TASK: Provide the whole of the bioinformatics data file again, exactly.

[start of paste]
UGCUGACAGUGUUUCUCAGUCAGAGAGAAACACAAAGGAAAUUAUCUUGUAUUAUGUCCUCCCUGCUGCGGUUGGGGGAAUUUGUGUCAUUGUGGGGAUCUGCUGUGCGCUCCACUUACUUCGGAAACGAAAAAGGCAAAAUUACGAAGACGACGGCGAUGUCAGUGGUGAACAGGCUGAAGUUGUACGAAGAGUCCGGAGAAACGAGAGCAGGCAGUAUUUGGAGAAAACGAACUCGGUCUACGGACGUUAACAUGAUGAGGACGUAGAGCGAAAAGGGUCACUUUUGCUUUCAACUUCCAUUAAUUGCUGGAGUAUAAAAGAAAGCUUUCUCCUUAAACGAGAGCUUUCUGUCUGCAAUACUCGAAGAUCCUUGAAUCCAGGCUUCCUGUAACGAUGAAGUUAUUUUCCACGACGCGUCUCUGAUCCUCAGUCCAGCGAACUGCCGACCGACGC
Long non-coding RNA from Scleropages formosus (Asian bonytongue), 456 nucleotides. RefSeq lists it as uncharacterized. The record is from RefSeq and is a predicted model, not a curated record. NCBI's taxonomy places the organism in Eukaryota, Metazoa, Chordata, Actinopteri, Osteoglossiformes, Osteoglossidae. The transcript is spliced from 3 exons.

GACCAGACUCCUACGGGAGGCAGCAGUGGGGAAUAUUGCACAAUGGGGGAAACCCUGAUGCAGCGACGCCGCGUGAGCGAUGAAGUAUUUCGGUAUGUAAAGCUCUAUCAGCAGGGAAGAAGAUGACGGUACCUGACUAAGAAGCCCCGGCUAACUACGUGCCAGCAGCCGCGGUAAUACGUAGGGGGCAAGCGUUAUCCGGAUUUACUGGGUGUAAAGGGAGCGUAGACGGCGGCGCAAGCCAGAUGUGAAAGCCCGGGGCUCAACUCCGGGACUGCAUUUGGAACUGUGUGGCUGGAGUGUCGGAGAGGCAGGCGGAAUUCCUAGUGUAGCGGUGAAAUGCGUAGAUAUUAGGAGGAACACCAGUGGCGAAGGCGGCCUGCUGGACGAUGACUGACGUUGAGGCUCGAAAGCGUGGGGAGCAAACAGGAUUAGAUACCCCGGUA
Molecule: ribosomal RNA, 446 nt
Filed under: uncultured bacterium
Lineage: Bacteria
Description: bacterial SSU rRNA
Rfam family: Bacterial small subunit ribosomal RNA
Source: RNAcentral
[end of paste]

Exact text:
UGCUGACAGUGUUUCUCAGUCAGAGAGAAACACAAAGGAAAUUAUCUUGUAUUAUGUCCUCCCUGCUGCGGUUGGGGGAAUUUGUGUCAUUGUGGGGAUCUGCUGUGCGCUCCACUUACUUCGGAAACGAAAAAGGCAAAAUUACGAAGACGACGGCGAUGUCAGUGGUGAACAGGCUGAAGUUGUACGAAGAGUCCGGAGAAACGAGAGCAGGCAGUAUUUGGAGAAAACGAACUCGGUCUACGGACGUUAACAUGAUGAGGACGUAGAGCGAAAAGGGUCACUUUUGCUUUCAACUUCCAUUAAUUGCUGGAGUAUAAAAGAAAGCUUUCUCCUUAAACGAGAGCUUUCUGUCUGCAAUACUCGAAGAUCCUUGAAUCCAGGCUUCCUGUAACGAUGAAGUUAUUUUCCACGACGCGUCUCUGAUCCUCAGUCCAGCGAACUGCCGACCGACGC
Long non-coding RNA from Scleropages formosus (Asian bonytongue), 456 nucleotides. RefSeq lists it as uncharacterized. The record is from RefSeq and is a predicted model, not a curated record. NCBI's taxonomy places the organism in Eukaryota, Metazoa, Chordata, Actinopteri, Osteoglossiformes, Osteoglossidae. The transcript is spliced from 3 exons.

GACCAGACUCCUACGGGAGGCAGCAGUGGGGAAUAUUGCACAAUGGGGGAAACCCUGAUGCAGCGACGCCGCGUGAGCGAUGAAGUAUUUCGGUAUGUAAAGCUCUAUCAGCAGGGAAGAAGAUGACGGUACCUGACUAAGAAGCCCCGGCUAACUACGUGCCAGCAGCCGCGGUAAUACGUAGGGGGCAAGCGUUAUCCGGAUUUACUGGGUGUAAAGGGAGCGUAGACGGCGGCGCAAGCCAGAUGUGAAAGCCCGGGGCUCAACUCCGGGACUGCAUUUGGAACUGUGUGGCUGGAGUGUCGGAGAGGCAGGCGGAAUUCCUAGUGUAGCGGUGAAAUGCGUAGAUAUUAGGAGGAACACCAGUGGCGAAGGCGGCCUGCUGGACGAUGACUGACGUUGAGGCUCGAAAGCGUGGGGAGCAAACAGGAUUAGAUACCCCGGUA
Molecule: ribosomal RNA, 446 nt
Filed under: uncultured bacterium
Lineage: Bacteria
Description: bacterial SSU rRNA
Rfam family: Bacterial small subunit ribosomal RNA
Source: RNAcentral